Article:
How can this be true?
Dogs can’t understand people, and they can’t interpret body language the same way that humans do, can they?
If your dog has ever barked at the sound of an intruder or snapped at a douchey (now ex-) boyfriend or girlfriend, you might have first-hand experience of what this study is talking about.
Senior Kenbrielle Ard doesn’t have a dog of her own, but she said she’s had similar experiences with friends’ dogs.
“There have been times where there will be, like, that one person in the group and your friend may really like them but you might not be sure,” she said. “And you notice that you and their dog are kind of on the same accord.”
Dogs tend to be protective of their owners, and perhaps that’s the case because they’re capable of judging a person’s character.
First-year Madison Westerholt’s two dogs, Snickers and Scooter, make sure their owners are always protected.
“I definitely know, like my dogs they can tell when someone’s being, like if someone’s looking like they’re going to hurt us or whatever, they’re definitely protective of us,” she said.
It’s a different story when Snickers and Scooter see their owners’ friends and their interactions.
“When they’re like friends of ours, they treat them like they would treat us,” Westerholt said.
Fortunately, our furry friends don’t just react when there is danger.
One thing most people cherish about dogs is how loving and comforting they are.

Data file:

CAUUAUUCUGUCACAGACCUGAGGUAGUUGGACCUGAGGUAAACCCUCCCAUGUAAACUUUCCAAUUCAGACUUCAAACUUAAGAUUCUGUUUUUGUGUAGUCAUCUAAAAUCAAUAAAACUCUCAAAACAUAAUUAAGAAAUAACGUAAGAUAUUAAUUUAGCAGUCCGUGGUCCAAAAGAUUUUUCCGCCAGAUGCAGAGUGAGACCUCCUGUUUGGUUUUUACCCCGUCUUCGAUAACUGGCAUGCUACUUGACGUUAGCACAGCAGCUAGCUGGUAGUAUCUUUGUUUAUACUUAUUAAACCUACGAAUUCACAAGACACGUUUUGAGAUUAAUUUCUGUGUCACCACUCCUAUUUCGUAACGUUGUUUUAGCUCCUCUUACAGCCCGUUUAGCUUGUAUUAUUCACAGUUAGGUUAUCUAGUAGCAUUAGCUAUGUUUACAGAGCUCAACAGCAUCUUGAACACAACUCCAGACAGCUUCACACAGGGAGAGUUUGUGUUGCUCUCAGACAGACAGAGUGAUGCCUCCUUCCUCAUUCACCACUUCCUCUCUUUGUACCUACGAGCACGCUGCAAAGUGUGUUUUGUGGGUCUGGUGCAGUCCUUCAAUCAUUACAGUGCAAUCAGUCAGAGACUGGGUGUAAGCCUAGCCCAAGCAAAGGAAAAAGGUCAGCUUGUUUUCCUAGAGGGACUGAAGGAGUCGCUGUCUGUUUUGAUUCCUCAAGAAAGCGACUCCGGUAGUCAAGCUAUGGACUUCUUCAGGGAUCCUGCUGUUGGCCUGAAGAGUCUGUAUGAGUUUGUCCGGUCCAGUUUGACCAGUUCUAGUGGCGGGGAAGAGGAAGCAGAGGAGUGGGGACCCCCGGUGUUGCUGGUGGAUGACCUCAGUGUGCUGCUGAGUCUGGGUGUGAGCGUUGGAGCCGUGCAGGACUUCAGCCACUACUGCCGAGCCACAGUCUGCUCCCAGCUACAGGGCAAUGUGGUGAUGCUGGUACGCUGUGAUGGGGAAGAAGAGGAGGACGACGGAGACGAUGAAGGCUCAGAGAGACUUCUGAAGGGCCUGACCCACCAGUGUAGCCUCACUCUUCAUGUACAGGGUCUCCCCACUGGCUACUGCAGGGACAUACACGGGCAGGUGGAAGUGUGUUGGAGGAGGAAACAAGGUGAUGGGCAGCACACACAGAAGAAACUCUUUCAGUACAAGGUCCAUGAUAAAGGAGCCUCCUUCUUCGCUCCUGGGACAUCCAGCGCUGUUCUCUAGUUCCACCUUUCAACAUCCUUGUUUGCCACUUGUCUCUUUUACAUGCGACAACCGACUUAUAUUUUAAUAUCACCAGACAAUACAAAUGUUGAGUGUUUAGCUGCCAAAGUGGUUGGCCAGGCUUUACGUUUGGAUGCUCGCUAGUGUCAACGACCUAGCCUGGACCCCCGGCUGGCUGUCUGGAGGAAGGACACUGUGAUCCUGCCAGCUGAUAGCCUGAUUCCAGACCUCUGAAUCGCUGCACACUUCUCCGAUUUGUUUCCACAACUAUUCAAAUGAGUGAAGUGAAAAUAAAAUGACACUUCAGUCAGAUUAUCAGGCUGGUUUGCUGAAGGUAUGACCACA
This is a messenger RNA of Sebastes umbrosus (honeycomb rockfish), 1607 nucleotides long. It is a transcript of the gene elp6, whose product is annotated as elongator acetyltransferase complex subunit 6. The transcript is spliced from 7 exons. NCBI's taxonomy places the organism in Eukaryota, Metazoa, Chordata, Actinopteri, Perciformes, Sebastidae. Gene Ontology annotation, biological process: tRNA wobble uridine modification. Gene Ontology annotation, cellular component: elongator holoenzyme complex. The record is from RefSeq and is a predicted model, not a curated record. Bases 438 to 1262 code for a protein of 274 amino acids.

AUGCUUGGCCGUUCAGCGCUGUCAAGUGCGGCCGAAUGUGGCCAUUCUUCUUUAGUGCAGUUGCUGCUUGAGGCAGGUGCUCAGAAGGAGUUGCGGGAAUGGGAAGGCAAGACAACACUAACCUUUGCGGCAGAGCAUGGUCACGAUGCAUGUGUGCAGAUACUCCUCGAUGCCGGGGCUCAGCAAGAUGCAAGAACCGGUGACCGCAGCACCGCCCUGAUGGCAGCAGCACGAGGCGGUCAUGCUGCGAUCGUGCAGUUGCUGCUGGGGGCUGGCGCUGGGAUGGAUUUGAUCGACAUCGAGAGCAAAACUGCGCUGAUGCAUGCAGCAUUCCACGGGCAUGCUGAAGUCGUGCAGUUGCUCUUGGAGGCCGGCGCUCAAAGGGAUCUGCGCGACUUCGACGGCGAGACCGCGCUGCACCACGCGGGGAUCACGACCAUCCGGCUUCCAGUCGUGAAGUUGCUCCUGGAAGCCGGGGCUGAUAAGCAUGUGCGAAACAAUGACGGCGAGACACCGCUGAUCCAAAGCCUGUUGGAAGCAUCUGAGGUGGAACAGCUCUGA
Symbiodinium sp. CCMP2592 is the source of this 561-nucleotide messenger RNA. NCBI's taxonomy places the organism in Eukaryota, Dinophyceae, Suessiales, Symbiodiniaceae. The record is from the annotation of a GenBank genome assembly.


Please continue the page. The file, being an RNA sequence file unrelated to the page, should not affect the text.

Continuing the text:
“They tend to just go to people, and I guess they sense people out but they seem to just like people,” Westerholt said.
Sometimes, their reactions are based on their owners’ reactions.
“From what I’ve seen of my friends’ dogs, if you’re aggressive or mean towards their owners they’re kind of like, 'What’s going on?'” Ard said. “But if you’re nice, they’re just happy. Tails wagging, everything’s good.”
Give your dog a treat next time they growl at your ex or the next time they curl up to your friend who’s going through a crisis, because your dog is doing all it can to help.
First-year Jordan Settelen is the proud owner of a border collie-hound mix named Gigi.
“I’ve seen my dog, like whenever someone’s new to our house we act differently around that person, and she’ll sometimes respond to that,” she said.
“And either she’ll go hide or she’ll stay right in the middle of things to make sure like everything’s OK.”
Have you ever been told that your mom can spot a bad friend before you can? Well, maybe that’s true of your dog, too.
It’s no wonder dogs have been called man’s best friend.